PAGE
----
Determining the Atmospheric Composition of Exoplanets
This lecture tutorial by the NASA Space Science Education Consortium (SSEC) introduces students to the exciting field of exoplanet atmospheres. More than 4,000 planets have been discovered orbiting distant stars since Kepler began its search for exoplanets. But it's not enough to find alien planets. We want to know if they might harbor life. In this tutorial, students will interpret graphs and examine spectral patterns to explore how astronomers identify elements in an exoplanet's atmosphere. The lesson is especially timely with the launch in April, 2018, of NASA's Transiting Exoplanet Survey Satellite (TESS), which is using transit spectroscopy to generate data on exoplanets in our own "solar neighborhood".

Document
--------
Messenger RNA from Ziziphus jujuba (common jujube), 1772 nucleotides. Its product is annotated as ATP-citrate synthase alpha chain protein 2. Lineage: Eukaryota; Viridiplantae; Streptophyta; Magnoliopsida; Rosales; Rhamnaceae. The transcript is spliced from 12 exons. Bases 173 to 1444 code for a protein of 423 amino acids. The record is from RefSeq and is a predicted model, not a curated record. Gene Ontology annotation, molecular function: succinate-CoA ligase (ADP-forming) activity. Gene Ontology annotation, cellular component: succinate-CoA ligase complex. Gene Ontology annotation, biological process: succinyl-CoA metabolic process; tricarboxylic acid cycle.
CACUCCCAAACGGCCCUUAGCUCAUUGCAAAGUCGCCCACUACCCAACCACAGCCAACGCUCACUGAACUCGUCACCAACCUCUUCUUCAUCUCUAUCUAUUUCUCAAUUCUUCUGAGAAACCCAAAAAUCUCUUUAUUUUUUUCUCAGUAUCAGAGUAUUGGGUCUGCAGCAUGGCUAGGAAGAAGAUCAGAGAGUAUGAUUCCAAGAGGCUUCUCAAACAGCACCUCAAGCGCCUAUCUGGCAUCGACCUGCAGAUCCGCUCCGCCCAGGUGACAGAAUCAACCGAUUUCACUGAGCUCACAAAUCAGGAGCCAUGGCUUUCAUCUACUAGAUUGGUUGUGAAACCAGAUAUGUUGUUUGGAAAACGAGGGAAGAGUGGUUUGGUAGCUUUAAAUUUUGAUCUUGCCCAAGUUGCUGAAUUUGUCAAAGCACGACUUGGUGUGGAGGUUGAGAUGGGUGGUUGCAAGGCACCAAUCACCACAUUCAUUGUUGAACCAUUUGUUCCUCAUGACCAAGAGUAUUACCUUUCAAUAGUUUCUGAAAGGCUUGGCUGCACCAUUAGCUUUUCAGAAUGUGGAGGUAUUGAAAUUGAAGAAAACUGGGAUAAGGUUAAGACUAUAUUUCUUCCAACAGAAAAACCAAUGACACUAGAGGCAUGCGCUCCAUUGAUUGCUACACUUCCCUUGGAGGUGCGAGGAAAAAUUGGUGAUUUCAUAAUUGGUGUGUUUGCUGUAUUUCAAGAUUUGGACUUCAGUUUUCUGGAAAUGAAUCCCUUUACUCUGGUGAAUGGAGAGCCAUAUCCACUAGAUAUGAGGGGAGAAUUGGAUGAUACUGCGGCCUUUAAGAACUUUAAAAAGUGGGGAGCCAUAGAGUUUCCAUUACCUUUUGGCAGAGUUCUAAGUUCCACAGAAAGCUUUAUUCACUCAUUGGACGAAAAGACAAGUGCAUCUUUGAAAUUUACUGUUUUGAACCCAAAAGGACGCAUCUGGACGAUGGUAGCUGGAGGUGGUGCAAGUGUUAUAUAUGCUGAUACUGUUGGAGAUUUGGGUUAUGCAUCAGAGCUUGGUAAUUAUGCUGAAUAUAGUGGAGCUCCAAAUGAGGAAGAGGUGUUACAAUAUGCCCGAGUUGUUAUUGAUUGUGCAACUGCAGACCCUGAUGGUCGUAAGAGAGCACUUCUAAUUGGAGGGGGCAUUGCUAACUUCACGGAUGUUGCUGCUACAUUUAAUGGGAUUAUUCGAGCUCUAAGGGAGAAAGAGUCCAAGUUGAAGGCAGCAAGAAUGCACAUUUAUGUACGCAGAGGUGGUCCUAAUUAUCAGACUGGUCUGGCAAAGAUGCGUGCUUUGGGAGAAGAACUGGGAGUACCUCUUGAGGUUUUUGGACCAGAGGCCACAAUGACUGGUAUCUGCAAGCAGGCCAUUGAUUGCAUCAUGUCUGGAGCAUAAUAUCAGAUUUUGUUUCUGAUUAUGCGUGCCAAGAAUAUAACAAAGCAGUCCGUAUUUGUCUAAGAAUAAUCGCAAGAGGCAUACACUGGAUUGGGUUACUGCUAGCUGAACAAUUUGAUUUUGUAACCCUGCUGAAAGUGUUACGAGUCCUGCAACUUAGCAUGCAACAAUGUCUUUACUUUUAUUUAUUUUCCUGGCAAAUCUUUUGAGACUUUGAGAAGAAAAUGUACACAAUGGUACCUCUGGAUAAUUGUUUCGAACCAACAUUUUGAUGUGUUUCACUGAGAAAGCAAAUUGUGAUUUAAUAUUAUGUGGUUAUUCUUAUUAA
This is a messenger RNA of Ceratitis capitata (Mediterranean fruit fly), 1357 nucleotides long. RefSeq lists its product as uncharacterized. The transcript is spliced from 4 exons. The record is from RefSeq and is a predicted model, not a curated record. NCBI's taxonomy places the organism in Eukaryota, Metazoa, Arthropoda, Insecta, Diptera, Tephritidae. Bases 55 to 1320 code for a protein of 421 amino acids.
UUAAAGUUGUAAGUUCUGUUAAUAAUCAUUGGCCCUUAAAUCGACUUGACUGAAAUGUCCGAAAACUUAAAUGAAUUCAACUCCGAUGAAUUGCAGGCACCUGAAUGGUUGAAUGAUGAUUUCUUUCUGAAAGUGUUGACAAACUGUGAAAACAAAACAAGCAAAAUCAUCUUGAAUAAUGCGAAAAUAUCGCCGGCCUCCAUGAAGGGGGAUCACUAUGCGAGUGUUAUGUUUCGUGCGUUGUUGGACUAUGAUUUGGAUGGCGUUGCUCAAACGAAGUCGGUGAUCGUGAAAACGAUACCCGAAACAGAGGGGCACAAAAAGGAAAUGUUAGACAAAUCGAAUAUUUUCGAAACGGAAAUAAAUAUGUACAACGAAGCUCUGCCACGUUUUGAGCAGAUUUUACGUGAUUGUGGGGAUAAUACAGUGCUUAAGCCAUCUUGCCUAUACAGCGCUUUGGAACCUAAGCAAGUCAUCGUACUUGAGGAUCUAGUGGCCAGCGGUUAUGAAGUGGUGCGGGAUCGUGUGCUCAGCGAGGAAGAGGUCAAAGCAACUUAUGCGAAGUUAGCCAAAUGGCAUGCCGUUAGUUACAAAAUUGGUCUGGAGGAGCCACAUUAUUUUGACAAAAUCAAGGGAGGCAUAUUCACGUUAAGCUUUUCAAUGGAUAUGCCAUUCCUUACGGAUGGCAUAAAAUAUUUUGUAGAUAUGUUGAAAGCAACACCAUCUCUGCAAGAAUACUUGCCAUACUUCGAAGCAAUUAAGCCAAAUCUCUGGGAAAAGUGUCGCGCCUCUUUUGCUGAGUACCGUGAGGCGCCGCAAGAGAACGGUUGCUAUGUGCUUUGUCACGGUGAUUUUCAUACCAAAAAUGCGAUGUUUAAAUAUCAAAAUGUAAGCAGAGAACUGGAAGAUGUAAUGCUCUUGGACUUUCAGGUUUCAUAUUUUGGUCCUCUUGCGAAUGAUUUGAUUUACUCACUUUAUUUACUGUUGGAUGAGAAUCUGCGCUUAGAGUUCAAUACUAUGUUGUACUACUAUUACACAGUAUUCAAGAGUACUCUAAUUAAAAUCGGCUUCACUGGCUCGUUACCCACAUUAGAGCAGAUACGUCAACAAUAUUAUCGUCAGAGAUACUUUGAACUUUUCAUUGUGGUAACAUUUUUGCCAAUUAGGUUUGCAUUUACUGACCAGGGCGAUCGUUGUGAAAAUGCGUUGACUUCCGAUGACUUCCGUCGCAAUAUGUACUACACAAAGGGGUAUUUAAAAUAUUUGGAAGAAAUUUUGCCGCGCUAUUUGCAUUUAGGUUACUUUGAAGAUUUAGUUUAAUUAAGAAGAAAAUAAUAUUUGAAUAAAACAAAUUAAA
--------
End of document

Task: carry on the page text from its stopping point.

In addition to exploring spectral data, students will read an open-access article by MIT planetary scientist Sara Seager, The Future of Spectroscopic Life Detection on Exoplanets. They will make and defend an argument about what planetary conditions are necessary to sustain life forms similar to those found on Earth.

Note: High school teachers may wish to download the supplementary "Teacher Notes" document developed to accompany this lecture tutorial. It could be used as content support or as a flipped lesson.
The Future of Spectroscopic Life Detection on Exoplanets
This is a direct link to the article referenced in the Lecture Tutorial, "The Future of Spectroscopic Life Detection on Exoplanets", by Sara Seager, published in the Proceedings of the National Academy of Sciences, in 2014.